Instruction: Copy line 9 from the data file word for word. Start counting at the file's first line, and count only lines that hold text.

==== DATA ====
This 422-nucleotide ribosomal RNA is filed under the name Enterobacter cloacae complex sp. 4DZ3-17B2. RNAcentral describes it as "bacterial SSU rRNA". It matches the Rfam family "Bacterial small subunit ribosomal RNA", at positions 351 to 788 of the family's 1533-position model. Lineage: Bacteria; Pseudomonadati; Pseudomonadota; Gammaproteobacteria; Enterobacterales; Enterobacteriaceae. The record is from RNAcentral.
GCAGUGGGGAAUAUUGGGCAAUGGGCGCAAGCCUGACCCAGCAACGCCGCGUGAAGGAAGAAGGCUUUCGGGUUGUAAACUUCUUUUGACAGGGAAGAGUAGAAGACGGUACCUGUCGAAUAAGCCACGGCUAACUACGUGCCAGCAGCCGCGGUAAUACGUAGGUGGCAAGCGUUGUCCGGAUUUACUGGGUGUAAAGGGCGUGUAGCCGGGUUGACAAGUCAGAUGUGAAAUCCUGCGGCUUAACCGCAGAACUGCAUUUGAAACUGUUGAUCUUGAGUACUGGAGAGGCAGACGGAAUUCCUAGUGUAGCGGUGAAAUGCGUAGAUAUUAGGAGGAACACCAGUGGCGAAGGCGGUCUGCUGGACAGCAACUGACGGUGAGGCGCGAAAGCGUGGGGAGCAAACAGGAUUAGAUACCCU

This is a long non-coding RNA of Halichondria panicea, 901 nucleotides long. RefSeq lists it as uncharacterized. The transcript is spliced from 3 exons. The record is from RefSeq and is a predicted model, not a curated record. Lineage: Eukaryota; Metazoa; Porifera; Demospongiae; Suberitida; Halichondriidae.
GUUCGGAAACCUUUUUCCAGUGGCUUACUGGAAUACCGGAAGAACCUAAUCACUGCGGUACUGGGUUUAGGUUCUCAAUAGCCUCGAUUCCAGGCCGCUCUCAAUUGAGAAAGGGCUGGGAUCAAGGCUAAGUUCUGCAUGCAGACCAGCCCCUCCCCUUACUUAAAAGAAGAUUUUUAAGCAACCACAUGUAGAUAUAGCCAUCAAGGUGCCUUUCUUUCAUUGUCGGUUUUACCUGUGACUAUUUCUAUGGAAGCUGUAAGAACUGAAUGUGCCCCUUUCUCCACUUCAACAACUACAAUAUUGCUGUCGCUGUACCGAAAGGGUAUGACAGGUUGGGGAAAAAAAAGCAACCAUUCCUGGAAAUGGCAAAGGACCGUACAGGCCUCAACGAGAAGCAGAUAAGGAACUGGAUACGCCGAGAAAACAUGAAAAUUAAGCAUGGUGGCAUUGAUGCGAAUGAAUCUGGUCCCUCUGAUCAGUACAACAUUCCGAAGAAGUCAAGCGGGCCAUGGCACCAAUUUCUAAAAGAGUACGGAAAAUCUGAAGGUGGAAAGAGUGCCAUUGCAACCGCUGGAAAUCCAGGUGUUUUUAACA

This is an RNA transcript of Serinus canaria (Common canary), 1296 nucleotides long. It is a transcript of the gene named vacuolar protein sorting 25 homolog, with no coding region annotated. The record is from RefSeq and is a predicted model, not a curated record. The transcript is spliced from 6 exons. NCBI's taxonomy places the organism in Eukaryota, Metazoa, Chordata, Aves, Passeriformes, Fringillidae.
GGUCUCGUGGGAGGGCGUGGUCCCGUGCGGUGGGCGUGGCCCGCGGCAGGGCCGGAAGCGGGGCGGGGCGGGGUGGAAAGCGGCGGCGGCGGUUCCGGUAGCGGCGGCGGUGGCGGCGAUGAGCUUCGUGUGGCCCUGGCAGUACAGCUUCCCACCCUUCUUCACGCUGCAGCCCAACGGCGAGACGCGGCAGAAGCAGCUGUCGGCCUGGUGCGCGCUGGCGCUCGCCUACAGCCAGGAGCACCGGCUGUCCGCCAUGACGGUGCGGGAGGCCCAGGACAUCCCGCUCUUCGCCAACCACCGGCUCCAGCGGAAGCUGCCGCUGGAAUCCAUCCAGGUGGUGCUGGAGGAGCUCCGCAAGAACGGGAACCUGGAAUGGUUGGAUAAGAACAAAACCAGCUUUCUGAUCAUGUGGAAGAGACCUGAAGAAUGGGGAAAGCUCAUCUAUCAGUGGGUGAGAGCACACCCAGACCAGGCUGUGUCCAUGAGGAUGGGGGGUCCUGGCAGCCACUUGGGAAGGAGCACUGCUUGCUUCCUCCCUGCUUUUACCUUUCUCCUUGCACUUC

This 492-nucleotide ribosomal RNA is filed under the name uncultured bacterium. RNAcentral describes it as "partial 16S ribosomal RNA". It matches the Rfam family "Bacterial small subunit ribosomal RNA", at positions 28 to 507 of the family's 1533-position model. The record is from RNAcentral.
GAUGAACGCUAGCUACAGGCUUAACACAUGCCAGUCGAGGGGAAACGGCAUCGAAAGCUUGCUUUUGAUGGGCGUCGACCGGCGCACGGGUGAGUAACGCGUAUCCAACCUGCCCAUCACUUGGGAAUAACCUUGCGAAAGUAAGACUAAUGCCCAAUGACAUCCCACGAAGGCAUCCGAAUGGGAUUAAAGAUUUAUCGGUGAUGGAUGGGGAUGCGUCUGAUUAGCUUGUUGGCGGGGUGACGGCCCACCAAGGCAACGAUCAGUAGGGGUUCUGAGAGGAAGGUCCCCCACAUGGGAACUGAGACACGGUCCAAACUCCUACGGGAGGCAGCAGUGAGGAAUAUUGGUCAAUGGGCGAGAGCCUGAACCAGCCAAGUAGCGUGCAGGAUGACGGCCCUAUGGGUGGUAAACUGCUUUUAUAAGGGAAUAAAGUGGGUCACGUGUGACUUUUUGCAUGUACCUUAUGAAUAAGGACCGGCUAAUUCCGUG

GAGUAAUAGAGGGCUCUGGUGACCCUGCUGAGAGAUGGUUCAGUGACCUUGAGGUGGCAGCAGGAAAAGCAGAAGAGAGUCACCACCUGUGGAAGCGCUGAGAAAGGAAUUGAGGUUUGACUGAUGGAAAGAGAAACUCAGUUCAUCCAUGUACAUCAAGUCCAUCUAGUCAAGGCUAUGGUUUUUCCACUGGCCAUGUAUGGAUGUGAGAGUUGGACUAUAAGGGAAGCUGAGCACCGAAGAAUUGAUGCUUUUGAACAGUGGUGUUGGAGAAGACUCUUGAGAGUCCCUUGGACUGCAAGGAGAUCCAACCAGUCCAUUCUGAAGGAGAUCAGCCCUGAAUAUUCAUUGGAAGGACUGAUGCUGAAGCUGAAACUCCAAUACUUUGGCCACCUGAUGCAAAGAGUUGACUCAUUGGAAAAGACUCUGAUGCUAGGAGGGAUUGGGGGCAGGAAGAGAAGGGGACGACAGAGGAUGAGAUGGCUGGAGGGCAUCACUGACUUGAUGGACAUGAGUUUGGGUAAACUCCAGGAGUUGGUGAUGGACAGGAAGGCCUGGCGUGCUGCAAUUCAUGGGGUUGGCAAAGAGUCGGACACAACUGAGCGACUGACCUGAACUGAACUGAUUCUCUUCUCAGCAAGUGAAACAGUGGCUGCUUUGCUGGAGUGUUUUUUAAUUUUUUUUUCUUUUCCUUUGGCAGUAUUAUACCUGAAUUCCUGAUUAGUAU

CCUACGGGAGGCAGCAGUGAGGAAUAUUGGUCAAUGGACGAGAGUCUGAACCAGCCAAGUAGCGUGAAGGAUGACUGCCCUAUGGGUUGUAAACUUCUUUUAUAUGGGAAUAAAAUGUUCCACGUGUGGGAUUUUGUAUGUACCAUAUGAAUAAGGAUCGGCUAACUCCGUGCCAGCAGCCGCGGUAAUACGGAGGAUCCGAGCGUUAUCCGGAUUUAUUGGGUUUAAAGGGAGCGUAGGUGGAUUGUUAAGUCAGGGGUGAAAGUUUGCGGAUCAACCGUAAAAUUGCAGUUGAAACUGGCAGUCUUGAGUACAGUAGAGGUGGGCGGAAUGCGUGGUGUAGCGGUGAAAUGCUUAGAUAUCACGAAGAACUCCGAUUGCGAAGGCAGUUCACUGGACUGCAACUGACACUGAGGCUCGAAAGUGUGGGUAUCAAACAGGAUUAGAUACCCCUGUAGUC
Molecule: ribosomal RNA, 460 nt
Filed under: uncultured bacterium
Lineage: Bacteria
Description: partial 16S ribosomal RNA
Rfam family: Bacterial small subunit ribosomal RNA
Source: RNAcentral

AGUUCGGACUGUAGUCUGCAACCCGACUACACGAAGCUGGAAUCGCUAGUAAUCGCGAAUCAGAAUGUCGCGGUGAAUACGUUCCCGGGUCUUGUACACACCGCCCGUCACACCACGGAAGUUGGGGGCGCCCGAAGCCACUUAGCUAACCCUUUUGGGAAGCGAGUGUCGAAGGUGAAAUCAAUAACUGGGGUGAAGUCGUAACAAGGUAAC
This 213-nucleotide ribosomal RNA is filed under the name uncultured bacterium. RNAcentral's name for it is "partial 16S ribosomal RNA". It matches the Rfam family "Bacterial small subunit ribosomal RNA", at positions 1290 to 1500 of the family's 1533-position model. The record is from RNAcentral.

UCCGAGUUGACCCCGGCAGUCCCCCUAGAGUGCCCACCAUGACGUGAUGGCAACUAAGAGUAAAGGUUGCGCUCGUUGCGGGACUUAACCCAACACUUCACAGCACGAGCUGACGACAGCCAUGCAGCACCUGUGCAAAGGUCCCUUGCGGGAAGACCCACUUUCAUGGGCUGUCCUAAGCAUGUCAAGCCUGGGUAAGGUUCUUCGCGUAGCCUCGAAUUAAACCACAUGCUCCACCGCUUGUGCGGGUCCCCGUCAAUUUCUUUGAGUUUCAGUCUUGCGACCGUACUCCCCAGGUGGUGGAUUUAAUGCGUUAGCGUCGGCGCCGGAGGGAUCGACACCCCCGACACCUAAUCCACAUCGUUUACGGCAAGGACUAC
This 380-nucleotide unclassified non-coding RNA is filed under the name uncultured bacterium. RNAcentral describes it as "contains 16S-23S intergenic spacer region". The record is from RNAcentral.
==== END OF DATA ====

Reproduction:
GAGUAAUAGAGGGCUCUGGUGACCCUGCUGAGAGAUGGUUCAGUGACCUUGAGGUGGCAGCAGGAAAAGCAGAAGAGAGUCACCACCUGUGGAAGCGCUGAGAAAGGAAUUGAGGUUUGACUGAUGGAAAGAGAAACUCAGUUCAUCCAUGUACAUCAAGUCCAUCUAGUCAAGGCUAUGGUUUUUCCACUGGCCAUGUAUGGAUGUGAGAGUUGGACUAUAAGGGAAGCUGAGCACCGAAGAAUUGAUGCUUUUGAACAGUGGUGUUGGAGAAGACUCUUGAGAGUCCCUUGGACUGCAAGGAGAUCCAACCAGUCCAUUCUGAAGGAGAUCAGCCCUGAAUAUUCAUUGGAAGGACUGAUGCUGAAGCUGAAACUCCAAUACUUUGGCCACCUGAUGCAAAGAGUUGACUCAUUGGAAAAGACUCUGAUGCUAGGAGGGAUUGGGGGCAGGAAGAGAAGGGGACGACAGAGGAUGAGAUGGCUGGAGGGCAUCACUGACUUGAUGGACAUGAGUUUGGGUAAACUCCAGGAGUUGGUGAUGGACAGGAAGGCCUGGCGUGCUGCAAUUCAUGGGGUUGGCAAAGAGUCGGACACAACUGAGCGACUGACCUGAACUGAACUGAUUCUCUUCUCAGCAAGUGAAACAGUGGCUGCUUUGCUGGAGUGUUUUUUAAUUUUUUUUUCUUUUCCUUUGGCAGUAUUAUACCUGAAUUCCUGAUUAGUAU